Sr. Helen came to supper with an air of irritation. A "Catholic" radio show had provoked her ire: the host was saying that the raging, destructive fires in California were God's punishment for (name your favorite sin). I had had a similar conversation with a parent last week who was sure that autism is God's punishment of a contraceptive culture. And it's not too long ago to remember when preachers were saying that Hurricane Katrina was God's chastisement of New Orleans and AIDS was God's punishment for homosexual sin.
The funny thing is, I'll bet if you were to ask any of those people if they believed in God's goodness, they would probably be rather dismissive about it: "Of course I do." And then they'd hurry to affirm even more strongly, "But God is also just."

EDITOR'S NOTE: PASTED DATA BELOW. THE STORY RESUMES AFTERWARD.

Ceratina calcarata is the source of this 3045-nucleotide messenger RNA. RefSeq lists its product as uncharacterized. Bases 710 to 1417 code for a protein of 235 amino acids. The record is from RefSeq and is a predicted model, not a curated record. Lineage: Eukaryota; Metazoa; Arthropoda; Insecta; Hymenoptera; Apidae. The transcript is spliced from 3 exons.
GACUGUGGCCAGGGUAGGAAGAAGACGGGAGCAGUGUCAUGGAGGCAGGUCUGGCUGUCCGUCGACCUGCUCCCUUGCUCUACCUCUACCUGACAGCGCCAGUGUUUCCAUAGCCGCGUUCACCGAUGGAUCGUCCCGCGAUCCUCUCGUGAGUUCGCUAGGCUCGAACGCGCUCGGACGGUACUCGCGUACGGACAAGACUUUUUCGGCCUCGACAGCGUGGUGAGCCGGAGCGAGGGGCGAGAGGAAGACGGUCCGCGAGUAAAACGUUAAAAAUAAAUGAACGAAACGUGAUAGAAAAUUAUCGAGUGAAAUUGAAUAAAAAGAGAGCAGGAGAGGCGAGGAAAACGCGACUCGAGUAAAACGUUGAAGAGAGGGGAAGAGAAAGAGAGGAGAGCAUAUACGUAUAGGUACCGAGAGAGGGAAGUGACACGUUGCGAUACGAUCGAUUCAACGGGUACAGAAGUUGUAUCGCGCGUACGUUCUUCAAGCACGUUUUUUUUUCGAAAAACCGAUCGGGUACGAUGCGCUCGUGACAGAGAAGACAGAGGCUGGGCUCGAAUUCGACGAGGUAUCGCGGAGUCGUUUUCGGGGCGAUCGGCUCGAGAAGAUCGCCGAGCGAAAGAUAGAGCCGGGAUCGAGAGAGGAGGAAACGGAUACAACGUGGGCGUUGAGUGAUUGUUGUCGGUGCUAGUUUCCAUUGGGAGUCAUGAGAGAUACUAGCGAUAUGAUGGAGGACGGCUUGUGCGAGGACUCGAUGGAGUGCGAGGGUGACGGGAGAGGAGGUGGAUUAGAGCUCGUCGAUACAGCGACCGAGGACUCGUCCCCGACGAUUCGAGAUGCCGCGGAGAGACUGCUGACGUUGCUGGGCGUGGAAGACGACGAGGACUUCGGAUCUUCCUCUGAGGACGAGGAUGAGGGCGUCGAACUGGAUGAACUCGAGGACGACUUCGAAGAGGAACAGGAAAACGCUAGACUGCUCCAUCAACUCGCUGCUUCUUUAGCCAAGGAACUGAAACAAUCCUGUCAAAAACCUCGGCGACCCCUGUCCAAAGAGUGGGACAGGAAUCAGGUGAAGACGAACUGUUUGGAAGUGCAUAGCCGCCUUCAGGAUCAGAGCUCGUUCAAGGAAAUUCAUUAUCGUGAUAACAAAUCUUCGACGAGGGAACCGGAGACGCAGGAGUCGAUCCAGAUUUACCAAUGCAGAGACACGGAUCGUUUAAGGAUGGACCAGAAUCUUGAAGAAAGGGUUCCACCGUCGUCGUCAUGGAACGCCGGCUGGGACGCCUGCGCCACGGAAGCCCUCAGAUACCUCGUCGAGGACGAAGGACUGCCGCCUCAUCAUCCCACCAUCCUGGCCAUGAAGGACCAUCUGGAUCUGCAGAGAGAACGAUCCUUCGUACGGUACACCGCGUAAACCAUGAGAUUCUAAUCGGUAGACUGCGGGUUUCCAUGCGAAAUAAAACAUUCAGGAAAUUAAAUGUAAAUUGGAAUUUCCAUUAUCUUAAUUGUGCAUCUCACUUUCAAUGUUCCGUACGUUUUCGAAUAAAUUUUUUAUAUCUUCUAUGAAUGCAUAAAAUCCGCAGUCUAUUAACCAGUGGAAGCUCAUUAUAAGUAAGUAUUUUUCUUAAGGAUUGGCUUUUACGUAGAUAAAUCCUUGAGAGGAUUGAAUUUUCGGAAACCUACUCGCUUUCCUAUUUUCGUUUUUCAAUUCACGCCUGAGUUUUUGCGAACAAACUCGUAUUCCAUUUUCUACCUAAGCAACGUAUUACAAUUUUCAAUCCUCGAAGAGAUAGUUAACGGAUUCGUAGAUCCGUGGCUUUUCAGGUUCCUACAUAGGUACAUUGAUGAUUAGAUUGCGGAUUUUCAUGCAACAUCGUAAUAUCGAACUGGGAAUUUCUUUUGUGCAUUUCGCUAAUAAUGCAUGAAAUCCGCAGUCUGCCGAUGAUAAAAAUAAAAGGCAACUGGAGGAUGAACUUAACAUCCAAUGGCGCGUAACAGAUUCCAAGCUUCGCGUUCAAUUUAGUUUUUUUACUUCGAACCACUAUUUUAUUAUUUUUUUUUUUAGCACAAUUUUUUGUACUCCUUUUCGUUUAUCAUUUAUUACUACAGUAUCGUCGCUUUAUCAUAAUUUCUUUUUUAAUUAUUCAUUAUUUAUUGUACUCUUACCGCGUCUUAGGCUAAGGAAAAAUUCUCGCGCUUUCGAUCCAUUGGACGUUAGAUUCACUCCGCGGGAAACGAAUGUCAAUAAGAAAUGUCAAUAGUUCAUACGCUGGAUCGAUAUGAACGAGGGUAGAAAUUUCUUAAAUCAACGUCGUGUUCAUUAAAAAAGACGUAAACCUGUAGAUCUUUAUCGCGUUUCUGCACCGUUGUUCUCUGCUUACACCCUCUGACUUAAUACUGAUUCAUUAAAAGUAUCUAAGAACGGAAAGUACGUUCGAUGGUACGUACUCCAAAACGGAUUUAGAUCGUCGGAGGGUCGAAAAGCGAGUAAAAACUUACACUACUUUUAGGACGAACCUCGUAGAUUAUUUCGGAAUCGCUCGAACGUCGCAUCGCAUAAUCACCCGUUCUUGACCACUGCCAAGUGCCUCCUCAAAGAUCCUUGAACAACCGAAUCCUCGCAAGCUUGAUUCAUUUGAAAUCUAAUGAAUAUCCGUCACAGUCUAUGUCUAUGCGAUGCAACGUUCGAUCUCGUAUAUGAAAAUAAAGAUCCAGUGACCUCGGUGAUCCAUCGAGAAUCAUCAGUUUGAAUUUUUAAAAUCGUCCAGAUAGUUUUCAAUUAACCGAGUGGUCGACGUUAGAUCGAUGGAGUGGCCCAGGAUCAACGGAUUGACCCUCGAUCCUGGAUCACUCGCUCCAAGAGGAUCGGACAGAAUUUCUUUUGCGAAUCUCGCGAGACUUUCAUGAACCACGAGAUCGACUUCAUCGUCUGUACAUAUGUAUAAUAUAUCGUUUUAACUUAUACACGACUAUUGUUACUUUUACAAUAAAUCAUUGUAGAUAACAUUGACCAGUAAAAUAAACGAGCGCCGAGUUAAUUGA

For some reason, it seems safer dealing with a just God than with a good God.
That tells me that the Good News still hasn't gotten through to many of us who say we believe in the Gospel. Not that we don't all need to "live in continual conversion of heart" (as Bl. James Alberione understood from the Divine Master), but that conversion has to have more of a foundation than the human propensity for failure. Seeing "punishment" everywhere is the same as seeing evil everywhere: the gaze is displaced, from God to the fallen creature. But the Bible says, "Fix your eyes on Jesus, the author and perfector of faith."
It is time to look at Jesus.